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Woman and young girl standing in front of grill with meat and vegetables cooking

Simple food safety tips for any summer celebration

Barbecues and picnics may be summer staples, but hot weather makes it easy for bacteria in and around food to multiply. Keep your celebrations healthy—and thwart the risk of food poisoning—with these food safety tips.

Start with four simple steps: Clean, separate, cook and chill

Clean: Keep everything as hygienic as possible. When outdoors, water-free alcohol gels and disposable antibacterial wipes are a reliable alternative to hand washing to help maintain clean cooking and cutting surfaces.

Separate: Raw foods contain bacteria that are killed through the cooking process, making it important to prevent raw and cooked foods from touching each other. Be sure to thoroughly wrap raw meats and store them in the bottom of a cooler so that if they do leak, the juices won't drip onto other foods.

Cook: It's a good idea to bring a meat thermometer along to gatherings to ensure meat is thoroughly cooked to the appropriate temperature to kill bacteria. Ground beef and pork should be cooked to 160 degrees, and poultry should be cooked to 180 degrees. Fish should be cooked until it flakes with a fork.

Chill: Always ensure perishable food stays chilled. Pack plenty of ice in a cooler and keep the cooler in an air-conditioned area of a car, rather than a hot trunk. Food requiring refrigeration should not sit out for longer than one hour in hot summer weather. If it does, it's best to toss it.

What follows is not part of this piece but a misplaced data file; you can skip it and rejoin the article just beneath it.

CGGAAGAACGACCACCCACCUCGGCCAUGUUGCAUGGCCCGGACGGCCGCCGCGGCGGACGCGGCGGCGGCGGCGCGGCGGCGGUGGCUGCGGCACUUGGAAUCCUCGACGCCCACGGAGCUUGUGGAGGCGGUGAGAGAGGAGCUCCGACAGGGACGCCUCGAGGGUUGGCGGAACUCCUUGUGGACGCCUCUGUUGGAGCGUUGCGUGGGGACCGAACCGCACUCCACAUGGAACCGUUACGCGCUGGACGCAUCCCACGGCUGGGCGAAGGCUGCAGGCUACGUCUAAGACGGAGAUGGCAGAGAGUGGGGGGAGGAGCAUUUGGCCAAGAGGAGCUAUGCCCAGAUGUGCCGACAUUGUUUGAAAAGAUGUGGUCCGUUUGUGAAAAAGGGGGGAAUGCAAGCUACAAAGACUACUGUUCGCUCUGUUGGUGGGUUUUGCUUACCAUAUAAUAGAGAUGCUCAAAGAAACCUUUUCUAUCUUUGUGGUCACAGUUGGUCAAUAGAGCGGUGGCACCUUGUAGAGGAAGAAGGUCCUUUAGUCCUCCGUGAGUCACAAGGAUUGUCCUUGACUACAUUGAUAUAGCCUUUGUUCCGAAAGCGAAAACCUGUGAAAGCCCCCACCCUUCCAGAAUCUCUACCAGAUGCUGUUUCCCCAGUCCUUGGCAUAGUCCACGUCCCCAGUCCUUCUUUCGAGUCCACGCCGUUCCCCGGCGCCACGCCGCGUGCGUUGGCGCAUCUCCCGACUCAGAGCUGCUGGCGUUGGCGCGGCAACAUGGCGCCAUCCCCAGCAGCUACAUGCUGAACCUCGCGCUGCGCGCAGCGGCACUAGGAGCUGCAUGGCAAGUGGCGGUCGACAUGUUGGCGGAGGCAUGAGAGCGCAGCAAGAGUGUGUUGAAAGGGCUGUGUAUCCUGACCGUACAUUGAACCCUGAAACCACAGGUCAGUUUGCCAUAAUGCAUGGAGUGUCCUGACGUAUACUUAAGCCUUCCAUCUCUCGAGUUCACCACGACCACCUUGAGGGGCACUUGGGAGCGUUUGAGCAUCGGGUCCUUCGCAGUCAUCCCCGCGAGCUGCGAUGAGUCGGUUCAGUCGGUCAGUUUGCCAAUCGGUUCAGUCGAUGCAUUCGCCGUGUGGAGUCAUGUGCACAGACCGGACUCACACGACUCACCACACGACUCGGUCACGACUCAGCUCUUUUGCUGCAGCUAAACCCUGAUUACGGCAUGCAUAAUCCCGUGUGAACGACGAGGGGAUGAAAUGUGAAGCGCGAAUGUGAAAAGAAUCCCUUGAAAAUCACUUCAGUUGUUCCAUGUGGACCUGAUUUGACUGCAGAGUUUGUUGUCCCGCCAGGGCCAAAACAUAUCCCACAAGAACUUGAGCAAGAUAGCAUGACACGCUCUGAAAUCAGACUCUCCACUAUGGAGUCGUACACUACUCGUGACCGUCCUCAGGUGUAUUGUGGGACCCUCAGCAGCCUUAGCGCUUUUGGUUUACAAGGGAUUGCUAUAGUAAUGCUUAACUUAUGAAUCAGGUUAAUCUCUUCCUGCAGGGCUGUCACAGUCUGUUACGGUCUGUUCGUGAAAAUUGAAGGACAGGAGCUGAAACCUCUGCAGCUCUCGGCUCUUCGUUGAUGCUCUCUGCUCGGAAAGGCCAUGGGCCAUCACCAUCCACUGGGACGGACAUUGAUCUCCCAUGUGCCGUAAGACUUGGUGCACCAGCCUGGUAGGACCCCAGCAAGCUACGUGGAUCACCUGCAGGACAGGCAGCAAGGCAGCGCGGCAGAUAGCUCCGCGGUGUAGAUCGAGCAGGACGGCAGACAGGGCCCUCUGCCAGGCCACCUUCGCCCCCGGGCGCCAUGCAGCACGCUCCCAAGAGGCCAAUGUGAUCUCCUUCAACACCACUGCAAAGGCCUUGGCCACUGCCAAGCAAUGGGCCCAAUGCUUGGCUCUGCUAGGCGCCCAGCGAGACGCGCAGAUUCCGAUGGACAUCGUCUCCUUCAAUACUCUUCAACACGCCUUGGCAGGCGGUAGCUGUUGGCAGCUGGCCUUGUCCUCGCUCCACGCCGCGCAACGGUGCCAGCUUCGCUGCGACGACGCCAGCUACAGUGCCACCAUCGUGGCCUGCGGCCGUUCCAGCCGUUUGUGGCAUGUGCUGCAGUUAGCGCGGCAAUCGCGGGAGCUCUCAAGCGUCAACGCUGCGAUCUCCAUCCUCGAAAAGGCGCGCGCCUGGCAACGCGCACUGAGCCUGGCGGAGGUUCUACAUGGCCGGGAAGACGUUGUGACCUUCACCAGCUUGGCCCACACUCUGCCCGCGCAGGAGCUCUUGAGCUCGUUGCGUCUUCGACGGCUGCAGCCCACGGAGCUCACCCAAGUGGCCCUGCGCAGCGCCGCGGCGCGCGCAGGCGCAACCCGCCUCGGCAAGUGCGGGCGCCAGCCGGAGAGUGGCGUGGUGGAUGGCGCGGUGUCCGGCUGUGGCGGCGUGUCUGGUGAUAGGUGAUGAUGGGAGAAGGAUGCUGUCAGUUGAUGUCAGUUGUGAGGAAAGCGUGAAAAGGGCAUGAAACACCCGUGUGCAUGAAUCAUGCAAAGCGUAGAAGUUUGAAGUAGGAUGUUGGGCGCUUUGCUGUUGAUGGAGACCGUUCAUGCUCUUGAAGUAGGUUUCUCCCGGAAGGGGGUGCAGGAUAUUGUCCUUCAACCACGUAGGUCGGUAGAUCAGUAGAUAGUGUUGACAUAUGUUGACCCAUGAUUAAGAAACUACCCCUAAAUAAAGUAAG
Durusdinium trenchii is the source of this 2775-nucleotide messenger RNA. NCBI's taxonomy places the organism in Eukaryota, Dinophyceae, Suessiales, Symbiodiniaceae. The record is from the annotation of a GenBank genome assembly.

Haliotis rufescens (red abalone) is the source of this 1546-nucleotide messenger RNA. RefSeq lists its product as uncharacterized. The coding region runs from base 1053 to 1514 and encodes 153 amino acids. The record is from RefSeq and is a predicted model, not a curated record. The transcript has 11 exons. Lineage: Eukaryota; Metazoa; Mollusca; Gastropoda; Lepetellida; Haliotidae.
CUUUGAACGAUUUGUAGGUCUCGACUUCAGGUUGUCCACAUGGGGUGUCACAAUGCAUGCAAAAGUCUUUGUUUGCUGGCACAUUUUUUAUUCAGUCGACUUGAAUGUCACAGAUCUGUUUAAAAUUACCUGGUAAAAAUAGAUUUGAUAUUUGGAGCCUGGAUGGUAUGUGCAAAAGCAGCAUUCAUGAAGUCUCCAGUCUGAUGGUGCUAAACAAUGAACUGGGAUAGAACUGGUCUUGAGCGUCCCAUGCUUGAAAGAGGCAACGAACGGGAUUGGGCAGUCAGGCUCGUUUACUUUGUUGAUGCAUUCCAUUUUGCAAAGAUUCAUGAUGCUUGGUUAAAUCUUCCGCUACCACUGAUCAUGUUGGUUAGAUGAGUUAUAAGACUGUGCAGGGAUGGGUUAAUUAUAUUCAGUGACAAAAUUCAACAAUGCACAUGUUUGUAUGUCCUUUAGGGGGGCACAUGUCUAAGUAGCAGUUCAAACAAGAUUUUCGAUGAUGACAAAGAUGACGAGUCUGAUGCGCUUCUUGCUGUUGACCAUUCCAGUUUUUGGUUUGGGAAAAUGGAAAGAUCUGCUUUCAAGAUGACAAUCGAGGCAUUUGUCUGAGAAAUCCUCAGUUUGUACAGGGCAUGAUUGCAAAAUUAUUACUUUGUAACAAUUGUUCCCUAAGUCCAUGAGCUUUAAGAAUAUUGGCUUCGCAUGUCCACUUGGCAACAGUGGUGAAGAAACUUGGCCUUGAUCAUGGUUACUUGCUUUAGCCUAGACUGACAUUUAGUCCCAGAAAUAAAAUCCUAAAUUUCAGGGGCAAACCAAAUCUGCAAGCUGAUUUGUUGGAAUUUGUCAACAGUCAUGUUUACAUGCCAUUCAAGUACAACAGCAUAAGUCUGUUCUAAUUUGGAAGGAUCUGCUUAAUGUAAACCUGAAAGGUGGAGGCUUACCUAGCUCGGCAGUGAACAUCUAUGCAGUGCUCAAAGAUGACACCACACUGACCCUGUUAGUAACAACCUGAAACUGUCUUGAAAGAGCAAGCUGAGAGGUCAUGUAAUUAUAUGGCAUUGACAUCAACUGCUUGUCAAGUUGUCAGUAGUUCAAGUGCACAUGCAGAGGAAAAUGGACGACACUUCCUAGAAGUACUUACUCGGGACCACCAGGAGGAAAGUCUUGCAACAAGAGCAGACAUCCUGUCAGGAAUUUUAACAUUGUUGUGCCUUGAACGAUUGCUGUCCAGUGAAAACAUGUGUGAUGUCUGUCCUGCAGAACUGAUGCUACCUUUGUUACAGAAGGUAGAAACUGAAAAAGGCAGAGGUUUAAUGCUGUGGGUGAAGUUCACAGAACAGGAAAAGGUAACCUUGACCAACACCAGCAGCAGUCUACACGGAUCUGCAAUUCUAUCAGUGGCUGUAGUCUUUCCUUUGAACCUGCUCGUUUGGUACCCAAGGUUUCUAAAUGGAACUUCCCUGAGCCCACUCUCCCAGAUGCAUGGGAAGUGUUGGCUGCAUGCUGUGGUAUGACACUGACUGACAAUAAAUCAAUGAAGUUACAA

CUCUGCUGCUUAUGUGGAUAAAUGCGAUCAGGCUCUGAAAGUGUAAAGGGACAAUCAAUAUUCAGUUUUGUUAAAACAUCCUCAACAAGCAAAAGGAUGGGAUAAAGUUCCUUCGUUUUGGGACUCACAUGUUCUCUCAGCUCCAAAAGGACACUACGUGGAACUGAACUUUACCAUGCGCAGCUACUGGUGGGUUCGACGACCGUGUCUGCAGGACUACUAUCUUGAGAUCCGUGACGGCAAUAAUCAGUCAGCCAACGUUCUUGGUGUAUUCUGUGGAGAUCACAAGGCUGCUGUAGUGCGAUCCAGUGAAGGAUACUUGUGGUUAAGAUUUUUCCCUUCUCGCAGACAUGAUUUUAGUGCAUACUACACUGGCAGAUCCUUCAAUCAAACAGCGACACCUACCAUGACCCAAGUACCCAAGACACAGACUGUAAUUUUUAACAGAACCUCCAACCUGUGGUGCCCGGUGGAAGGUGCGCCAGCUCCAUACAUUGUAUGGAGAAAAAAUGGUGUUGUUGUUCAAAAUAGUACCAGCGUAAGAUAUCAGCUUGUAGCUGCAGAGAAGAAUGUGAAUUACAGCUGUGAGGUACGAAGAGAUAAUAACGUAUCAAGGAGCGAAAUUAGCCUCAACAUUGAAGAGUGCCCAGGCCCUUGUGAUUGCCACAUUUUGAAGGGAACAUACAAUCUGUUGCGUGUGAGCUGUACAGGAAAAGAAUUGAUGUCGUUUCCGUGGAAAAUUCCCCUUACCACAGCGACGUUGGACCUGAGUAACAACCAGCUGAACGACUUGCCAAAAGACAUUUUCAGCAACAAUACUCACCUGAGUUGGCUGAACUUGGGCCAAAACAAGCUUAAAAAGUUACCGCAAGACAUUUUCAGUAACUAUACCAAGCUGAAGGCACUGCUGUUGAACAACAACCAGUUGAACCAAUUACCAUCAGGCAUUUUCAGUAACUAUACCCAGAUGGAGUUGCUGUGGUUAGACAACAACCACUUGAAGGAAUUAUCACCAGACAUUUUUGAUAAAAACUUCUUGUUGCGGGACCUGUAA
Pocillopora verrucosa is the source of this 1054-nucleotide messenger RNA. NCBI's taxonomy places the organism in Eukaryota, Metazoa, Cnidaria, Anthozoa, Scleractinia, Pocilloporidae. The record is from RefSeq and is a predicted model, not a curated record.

As for grilling

When you fire up the grill, keep the above steps in mind, in addition to making sure you:

  • Marinate meat in the refrigerator rather than on a countertop or outside. Never serve marinade that's come into contact with raw meat as a sauce on cooked food.
  • Keep grilled food hot and on the grill until you're ready to serve it. One way to do this without overcooking anything is by moving the meat to the side of the grill away from direct heat.
  • Always use a clean plate and utensils to handle grilled food, rather than reusing dishes that held raw meat.

Information adapted from the U.S. Food and Drug Administration.

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